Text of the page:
The availability of oxygen in the open market gradually decreased as the Guntur district administration roped in all oxygen refilling plants and their cylinders to ensure uninterrupted supply of oxygen to hospitals.

A worker in jeans black shirt and mask handling oxygen cylinders at a refilling plantImage for representation | PTI
Coronavirus COVID-19 Sunday, May 16, 2021 - 14:17

“We tried putting my mother on oxygen at home or in hospitals around my home. But we gave up very quickly as there was no chance of finding a spare cylinder. The only way is to find somebody who is willing to sell it to you on the black market,” said Kolisetty Venkateswara Rao, a resident of Syamala Nagar in Andhra Pradesh’s Guntur.

Similar is the experience of many caregivers of COVID-19 patients who are receiving care at home in the city. The situation has arisen due to an increased demand for oxygen and the lack of sufficient cylinders with refilling plants.

Since the second wave of the coronavirus pandemic hit, the country as a whole has been struggling with inadequate oxygen supply along with shortage of hospital beds and medicines. According to a statement from the Commerce & Industry Ministry issued on May 10, oxygen availability has since been “enhanced by increase in Production Capacity and production, setting up of Pressure Swing Adsorption (PSA) Plants, import of Liquid Medical oxygen (LMO) from Overseas, and Procurement of oxygen Concentrators.”

But for patients who are being taken care of at home due to various reasons, including exorbitant hospital fees, the situation hasn’t improved.

Venkateswara Rao’s family finally bought a five-litre oxygen concentrator to take care of his mother’s oxygen needs.

However, procuring oxygen concentrators has also become extremely difficult. Not only are sellers quoting excessive prices, but even for those who are willing to pay there are only pre-booking orders being taken by most sellers, according to volunteers trying to procure resources for COVID-19 patients. In most cases, the waiting period extends up to two weeks or more.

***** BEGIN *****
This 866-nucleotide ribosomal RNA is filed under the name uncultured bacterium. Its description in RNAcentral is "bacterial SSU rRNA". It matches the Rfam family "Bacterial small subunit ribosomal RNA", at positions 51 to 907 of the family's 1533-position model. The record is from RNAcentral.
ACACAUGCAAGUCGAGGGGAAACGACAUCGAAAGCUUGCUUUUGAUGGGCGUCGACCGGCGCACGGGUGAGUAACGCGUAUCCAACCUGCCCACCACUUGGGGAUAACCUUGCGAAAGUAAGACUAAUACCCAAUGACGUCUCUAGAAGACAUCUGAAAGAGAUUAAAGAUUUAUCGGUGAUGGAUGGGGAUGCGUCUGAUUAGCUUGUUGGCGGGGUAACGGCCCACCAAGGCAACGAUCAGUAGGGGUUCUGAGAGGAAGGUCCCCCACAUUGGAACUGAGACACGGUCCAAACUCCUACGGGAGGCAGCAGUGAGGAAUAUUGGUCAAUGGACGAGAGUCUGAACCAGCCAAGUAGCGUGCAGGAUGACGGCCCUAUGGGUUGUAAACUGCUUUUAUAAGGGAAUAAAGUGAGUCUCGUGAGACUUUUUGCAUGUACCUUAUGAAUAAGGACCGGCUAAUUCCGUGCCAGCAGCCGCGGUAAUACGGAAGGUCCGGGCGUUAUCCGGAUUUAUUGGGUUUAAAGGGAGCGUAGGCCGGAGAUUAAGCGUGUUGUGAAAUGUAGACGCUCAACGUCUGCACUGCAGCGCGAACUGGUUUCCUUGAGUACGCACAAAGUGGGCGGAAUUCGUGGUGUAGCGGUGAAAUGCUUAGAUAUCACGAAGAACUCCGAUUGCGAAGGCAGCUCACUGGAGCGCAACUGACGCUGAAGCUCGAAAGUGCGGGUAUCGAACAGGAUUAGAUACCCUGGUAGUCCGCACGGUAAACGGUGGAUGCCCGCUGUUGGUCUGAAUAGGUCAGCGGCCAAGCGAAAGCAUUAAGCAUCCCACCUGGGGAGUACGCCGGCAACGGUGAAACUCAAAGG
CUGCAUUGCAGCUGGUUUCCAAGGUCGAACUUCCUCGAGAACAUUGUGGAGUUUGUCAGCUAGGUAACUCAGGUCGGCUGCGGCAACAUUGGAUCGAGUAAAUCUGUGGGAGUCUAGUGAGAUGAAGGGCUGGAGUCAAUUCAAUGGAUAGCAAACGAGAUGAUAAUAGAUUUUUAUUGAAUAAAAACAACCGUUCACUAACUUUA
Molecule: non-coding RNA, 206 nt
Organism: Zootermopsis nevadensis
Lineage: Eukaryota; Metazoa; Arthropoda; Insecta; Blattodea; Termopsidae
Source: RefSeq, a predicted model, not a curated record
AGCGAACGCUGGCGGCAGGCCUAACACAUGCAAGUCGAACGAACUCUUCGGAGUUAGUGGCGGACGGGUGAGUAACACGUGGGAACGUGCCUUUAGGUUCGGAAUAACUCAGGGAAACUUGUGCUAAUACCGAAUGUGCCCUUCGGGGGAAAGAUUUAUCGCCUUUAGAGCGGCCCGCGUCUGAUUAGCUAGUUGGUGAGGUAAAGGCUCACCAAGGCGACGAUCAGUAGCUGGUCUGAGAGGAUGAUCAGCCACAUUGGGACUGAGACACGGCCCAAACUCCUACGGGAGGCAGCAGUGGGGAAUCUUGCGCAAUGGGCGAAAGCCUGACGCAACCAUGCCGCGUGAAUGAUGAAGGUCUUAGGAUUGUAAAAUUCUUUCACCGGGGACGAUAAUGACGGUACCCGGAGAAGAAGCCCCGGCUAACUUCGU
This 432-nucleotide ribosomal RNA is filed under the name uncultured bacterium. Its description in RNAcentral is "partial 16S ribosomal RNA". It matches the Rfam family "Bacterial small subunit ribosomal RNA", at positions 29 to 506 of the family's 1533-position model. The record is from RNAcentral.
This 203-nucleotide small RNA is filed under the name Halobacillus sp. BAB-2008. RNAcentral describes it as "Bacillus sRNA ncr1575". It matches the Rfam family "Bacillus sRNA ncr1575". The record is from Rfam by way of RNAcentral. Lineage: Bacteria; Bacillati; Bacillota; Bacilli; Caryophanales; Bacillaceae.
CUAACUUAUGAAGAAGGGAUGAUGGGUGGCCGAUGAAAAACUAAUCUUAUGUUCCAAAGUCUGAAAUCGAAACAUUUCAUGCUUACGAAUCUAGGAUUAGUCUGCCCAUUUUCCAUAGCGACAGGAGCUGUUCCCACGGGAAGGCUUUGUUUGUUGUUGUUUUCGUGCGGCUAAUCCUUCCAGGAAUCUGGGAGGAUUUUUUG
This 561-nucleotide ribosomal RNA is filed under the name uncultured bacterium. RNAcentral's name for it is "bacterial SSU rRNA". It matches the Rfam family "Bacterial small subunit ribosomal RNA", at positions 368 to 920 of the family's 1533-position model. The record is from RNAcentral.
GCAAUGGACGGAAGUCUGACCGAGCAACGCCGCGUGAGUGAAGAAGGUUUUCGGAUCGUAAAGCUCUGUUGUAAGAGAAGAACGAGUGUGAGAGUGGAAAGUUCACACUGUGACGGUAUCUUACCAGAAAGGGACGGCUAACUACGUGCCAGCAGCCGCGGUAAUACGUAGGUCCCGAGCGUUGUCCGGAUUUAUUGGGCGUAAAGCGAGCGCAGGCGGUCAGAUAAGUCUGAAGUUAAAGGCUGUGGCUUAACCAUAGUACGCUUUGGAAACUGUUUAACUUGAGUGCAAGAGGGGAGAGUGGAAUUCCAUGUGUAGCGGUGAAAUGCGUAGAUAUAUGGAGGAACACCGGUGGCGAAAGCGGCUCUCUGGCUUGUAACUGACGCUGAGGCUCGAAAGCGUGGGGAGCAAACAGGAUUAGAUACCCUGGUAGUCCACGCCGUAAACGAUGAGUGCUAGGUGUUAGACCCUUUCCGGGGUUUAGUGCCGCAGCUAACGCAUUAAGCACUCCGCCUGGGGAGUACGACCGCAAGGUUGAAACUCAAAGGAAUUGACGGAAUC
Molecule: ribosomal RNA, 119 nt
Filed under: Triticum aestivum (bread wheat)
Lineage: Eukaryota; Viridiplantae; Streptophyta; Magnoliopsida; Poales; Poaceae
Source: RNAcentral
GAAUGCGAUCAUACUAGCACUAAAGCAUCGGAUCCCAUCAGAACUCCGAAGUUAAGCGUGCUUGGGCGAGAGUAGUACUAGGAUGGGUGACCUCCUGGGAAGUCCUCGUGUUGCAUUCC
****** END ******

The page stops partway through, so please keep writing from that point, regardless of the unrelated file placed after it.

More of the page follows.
The availability of oxygen in the open market gradually decreased as the Guntur district administration roped in all oxygen refilling plants and their cylinders to ensure uninterrupted supply of oxygen to hospitals.

On April 25, Chitipothu Gopala Krishna, a resident of AT Agraharam in the city, had managed to source four oxygen cylinders for his uncle when the hospital was about to run out of supply.

“We got hold of one cylinder with the help of an auto driver who was transporting oxygen to hospitals in Tenali (30 km from Guntur). The other three we got from a gas agency. Even though we scrambled and arranged the cylinders in a couple of hours, we couldn’t help my uncle,” Gopala Krishna said.

“When we were looking for oxygen, there was a chance that people like auto drivers could divert a couple of cylinders like I said, but now hospitals are being extra careful. They are making sure they are getting every cylinder they have ordered without delay,” he added.

Oxygen refilling stations too are out of cylinders to stock oxygen. They say they haven’t faced a shortage of liquid oxygen but are facing a shortage of cylinders.

“We are bottling every cylinder that is coming to us. For hospitals we send the refills immediately, while for individuals we take a doctor’s certificate for proof that they are in need of oxygen,” said Harikiran, the supervisor at an oxygen bottling plant in Autonagar on the outskirts of the city.

Harikiran added that people who had taken cylinders are not returning them to the plant. “We can’t blame them. Given the situation outside, they have their own fears and are stocking cylinders for emergencies. But the problem is somebody else who might need it more will suffer,” he said.

Though the refilling plants are charging only Rs 1,000 per cylinder, given the dearth of cylinders they are asking for deposits of anywhere between Rs 5,000 to Rs 30,000.

When asked about the cylinder scarcity, an official at the district oxygen war room, who wished to remain anonymous, said that they are doing their best to make sure that hospitals get enough oxygen.

“As of now, we can confidently say that there is no oxygen scarcity in hospitals. Where required, we take possession of cylinders and provide them to hospitals. For those in home isolation, refilling is available at JOCIL, provided they present a doctor’s prescription and the concerned Village Revenue Officer’s letter,” he said.

But he didn’t have an answer to the question whether the government was doing anything to acquire more cylinders to cater to those in home isolation.

Sujan N is a student of the Asian College of Journalism, currently based in Guntur.

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